Tuesday, 15 November 2022

Testing the total consumption model of alcohol

I have a new peer-reviewed study out in Economic Affairs ($) this month looking at the total consumption model theory as it pertains to alcohol. It builds on some of the research I did for Lockdown Lessons in Health Economics in which I showed that greatly reducing the availability and advertising of alcohol during the pandemic did not lead to fewer alcohol-related deaths (as 'public health' theory would predict). Instead there was a large increase in such deaths.

Put simply, 'public health' theory inspired by the neo-temperance movement that emerged in the 1970s says that drinking patterns in society move in concert, so if moderate drinkers drink less, heavy drinkers will drink less. They believe that if per capita consumption of alcohol declines, the amount of heavy drinking - and therefore alcohol-related mortality - will also decline.

This leads them to think that reducing per capita consumption should be the goal of policy. In short, they think the tail wags the dog. As I write in the article:
It is important to stress that the single distribution theory is not presented as a rough rule of thumb, but as an iron law. Skog (1985, p. 90) asserted that “when mean consumption increases, the consumption level of all kinds of drinkers increases”. Rose wrote in The Strategy of Preventive Medicine that “from the average alcohol intake of a population one can precisely predict the number of heavy drinkers” (2008, p. 121; emphasis added).

Adherents of the total consumption model do not believe merely that shifting the curve to the left is one way of reducing heavy drinking, but that it is the only way. As Cook and Skog (1995, p. 31) put it, “heavy drinkers will reduce their drinking if – but only if – the others cut back too”. Rose and Day (1990, p. 1034) argued that “to help the minority the “normal” majority must change”.
It's easy to test an iron law. If there are exceptions, it's not an iron law. And there are loads of exceptions to the total consumption theory. The aforementioned lockdown experience, when per capita consumption fell but deaths spiked, is just one of them.

Far from moving ‘in concert’, there is evidence of polarisation in drinking patterns in Iceland, Sweden and UK, with heavy drinkers consuming more and moderate drinkers consuming less (Bjarnason, 2006; Meier, 2010; Zeebari et al., 2017).

Further evidence can be found in the alcohol-specific mortality data, which can be used as a proxy for heavy drinking. In the UK, an 18 per cent decline in per capita alcohol consumption between 2004 and 2016 was not accompanied by a decline in alcohol-related deaths or hospitalisations (Whittaker et al., 2020, p. 1987). In the WHO European Region, per capita consumption declined between 1990 and 2014 but alcohol-attributable mortality rose (Hallgren et al., 2018). In the Australian state of Victoria between 1999 and 2007, there were “significant increases in alcohol-related harm” despite “relatively stable alcohol consumption levels” (Livingston et al., 2010, p. 368). In Norway and Ireland, rates of liver cirrhosis fell between 1980 and 2000 as per capita consumption rose (Bentzen & Smith, 2011).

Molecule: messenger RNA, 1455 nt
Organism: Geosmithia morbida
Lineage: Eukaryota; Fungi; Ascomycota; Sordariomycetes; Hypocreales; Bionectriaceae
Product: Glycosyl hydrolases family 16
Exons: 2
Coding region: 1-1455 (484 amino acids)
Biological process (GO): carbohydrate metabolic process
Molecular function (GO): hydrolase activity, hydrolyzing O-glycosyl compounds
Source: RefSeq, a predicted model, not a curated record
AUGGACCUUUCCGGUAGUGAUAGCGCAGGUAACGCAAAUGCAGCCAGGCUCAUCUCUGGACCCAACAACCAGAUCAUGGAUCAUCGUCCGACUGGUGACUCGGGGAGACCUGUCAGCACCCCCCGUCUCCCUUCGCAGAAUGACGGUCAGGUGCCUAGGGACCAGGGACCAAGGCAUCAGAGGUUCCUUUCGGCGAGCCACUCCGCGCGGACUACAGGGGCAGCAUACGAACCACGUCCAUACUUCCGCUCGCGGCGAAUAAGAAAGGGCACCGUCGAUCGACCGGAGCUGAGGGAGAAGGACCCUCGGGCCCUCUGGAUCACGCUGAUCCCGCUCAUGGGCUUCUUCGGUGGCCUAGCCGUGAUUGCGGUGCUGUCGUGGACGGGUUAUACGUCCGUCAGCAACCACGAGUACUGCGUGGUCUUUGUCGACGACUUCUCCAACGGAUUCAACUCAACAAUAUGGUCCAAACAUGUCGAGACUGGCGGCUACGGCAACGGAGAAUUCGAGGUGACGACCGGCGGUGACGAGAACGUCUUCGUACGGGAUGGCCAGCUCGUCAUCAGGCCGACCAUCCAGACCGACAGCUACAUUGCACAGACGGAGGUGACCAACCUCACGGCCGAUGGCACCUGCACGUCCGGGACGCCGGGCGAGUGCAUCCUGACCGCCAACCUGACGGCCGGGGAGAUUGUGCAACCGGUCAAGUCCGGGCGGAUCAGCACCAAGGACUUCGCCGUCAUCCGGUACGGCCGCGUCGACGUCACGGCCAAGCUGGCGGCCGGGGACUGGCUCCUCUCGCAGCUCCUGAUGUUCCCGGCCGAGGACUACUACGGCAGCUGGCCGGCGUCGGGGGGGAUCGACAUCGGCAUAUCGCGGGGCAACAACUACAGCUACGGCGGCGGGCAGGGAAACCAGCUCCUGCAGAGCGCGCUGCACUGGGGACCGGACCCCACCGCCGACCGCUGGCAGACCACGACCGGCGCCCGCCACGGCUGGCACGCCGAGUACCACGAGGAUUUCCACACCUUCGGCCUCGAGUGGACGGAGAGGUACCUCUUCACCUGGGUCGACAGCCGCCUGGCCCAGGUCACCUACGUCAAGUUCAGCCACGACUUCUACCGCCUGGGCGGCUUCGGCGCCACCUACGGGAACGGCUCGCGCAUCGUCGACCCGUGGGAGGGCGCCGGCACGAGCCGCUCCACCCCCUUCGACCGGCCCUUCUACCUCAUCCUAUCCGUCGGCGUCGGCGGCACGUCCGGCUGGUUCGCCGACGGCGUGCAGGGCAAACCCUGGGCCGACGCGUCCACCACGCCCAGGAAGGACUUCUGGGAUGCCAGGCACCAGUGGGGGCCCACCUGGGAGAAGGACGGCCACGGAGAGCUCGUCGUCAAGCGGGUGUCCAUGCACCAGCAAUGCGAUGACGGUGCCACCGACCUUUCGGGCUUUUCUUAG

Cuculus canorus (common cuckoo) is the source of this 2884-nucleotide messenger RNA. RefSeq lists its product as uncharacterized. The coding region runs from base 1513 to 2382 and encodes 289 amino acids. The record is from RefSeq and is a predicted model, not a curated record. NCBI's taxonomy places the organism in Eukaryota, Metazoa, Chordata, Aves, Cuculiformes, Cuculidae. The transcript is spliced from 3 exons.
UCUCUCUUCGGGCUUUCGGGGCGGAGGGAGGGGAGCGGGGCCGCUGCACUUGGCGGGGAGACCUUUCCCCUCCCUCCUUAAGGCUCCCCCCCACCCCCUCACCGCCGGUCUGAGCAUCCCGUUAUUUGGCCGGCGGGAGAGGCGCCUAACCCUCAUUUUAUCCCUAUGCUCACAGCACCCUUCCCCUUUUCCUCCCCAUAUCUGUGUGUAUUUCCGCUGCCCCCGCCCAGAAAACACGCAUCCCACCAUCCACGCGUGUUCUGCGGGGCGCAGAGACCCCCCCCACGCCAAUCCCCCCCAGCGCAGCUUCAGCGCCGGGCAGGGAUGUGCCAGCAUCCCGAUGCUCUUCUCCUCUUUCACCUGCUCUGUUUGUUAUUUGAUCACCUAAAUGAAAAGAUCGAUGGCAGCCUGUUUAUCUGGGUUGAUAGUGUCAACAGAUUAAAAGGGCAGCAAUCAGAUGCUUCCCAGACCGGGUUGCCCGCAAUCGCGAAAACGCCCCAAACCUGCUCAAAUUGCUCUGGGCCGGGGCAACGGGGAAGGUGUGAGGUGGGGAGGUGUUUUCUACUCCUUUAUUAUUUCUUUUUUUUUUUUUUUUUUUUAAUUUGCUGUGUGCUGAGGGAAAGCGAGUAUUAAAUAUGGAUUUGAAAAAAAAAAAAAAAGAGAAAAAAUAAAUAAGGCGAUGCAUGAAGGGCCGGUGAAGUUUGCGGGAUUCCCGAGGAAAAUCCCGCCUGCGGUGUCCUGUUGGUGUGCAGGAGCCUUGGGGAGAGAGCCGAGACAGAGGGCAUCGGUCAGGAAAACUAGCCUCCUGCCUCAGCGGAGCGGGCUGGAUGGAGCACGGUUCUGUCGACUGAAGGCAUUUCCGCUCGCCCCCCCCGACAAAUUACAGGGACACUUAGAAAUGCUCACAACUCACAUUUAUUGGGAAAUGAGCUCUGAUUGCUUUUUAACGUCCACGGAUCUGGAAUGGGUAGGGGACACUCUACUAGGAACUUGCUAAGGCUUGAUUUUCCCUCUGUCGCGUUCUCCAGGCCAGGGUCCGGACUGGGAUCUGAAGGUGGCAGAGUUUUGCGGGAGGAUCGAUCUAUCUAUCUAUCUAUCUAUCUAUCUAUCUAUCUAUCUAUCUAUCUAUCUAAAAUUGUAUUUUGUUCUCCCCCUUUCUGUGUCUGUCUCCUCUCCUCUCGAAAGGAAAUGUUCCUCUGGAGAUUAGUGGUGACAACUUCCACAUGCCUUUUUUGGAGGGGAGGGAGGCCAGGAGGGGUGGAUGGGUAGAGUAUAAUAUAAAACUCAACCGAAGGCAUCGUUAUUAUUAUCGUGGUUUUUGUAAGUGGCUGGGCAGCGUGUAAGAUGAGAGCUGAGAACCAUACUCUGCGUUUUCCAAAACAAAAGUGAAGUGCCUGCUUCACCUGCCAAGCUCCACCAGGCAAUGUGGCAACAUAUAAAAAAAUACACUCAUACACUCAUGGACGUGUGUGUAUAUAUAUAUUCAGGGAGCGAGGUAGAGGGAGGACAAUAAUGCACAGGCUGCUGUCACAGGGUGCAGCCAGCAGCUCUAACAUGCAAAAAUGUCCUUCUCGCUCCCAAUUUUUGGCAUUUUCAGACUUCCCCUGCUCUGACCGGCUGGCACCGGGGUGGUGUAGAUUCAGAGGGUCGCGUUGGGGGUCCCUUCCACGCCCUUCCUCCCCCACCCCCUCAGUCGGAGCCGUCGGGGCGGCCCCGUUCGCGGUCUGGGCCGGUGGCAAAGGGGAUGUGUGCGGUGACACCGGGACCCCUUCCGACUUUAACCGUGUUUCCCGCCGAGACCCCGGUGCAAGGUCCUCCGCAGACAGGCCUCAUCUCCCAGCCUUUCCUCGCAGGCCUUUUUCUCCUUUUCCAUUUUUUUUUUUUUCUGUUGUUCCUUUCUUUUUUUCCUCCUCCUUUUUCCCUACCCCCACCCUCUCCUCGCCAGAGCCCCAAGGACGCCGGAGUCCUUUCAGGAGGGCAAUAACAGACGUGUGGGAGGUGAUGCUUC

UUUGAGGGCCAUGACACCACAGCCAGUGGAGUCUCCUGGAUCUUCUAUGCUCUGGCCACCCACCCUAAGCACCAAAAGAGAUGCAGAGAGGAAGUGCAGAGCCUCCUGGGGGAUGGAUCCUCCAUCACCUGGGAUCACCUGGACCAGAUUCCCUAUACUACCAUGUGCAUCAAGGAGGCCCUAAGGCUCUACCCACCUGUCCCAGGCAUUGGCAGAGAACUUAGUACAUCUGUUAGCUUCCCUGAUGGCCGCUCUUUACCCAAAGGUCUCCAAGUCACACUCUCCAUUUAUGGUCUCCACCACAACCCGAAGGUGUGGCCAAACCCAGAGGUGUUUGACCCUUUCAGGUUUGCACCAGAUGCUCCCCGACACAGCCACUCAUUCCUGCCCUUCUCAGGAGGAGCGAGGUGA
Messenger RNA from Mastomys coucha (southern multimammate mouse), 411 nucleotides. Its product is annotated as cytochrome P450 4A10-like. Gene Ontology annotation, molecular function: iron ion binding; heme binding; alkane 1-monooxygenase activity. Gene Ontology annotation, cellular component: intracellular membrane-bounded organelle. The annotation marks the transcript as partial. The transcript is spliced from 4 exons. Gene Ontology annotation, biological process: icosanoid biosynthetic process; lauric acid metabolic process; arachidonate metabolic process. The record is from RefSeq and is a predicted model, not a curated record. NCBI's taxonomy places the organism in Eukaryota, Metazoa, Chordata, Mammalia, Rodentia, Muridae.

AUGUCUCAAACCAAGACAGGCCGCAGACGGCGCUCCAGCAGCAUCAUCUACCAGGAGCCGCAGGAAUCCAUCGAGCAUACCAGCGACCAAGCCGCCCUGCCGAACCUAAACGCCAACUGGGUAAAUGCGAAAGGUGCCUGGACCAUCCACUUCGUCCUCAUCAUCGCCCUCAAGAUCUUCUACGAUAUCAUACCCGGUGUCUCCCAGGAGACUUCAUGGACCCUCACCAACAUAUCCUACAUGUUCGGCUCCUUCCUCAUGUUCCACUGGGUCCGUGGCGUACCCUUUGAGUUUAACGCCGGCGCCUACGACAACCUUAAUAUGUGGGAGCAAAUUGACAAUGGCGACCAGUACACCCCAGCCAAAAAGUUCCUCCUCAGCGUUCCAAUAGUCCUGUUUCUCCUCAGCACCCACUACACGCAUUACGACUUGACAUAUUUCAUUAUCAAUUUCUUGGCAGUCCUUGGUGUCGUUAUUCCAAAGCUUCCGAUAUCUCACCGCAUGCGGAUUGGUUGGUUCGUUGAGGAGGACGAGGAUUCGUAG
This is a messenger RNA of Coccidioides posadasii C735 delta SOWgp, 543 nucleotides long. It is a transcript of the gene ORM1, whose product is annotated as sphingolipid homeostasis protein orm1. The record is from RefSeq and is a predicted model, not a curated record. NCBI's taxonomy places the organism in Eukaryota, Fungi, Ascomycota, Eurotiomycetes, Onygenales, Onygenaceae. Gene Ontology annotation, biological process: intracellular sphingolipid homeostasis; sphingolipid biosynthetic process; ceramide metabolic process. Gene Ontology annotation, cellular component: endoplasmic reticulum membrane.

I add to this evidence base by looking at patterns of consumption and harm in 174 countries between 2010 and 2019. There is no consistent pattern and 64 of the countries saw trends moving in the opposite direction to what would be predicted by neo-temperance theory.

In conclusion:

Taken together, the evidence leads us to a conclusion that is almost diametrically opposed to the public health orthodoxy, but is likely to strike the reader as no more than common sense. The amount of alcohol consumed by the average drinker does not affect the amount consumed by heavy drinkers. Unless the average consumer is drinking a dangerous amount, there is nothing to be gained from making her drink less. If efforts are to be made to tackle heavy drinking, they should be directed towards heavy drinkers rather than the general population.

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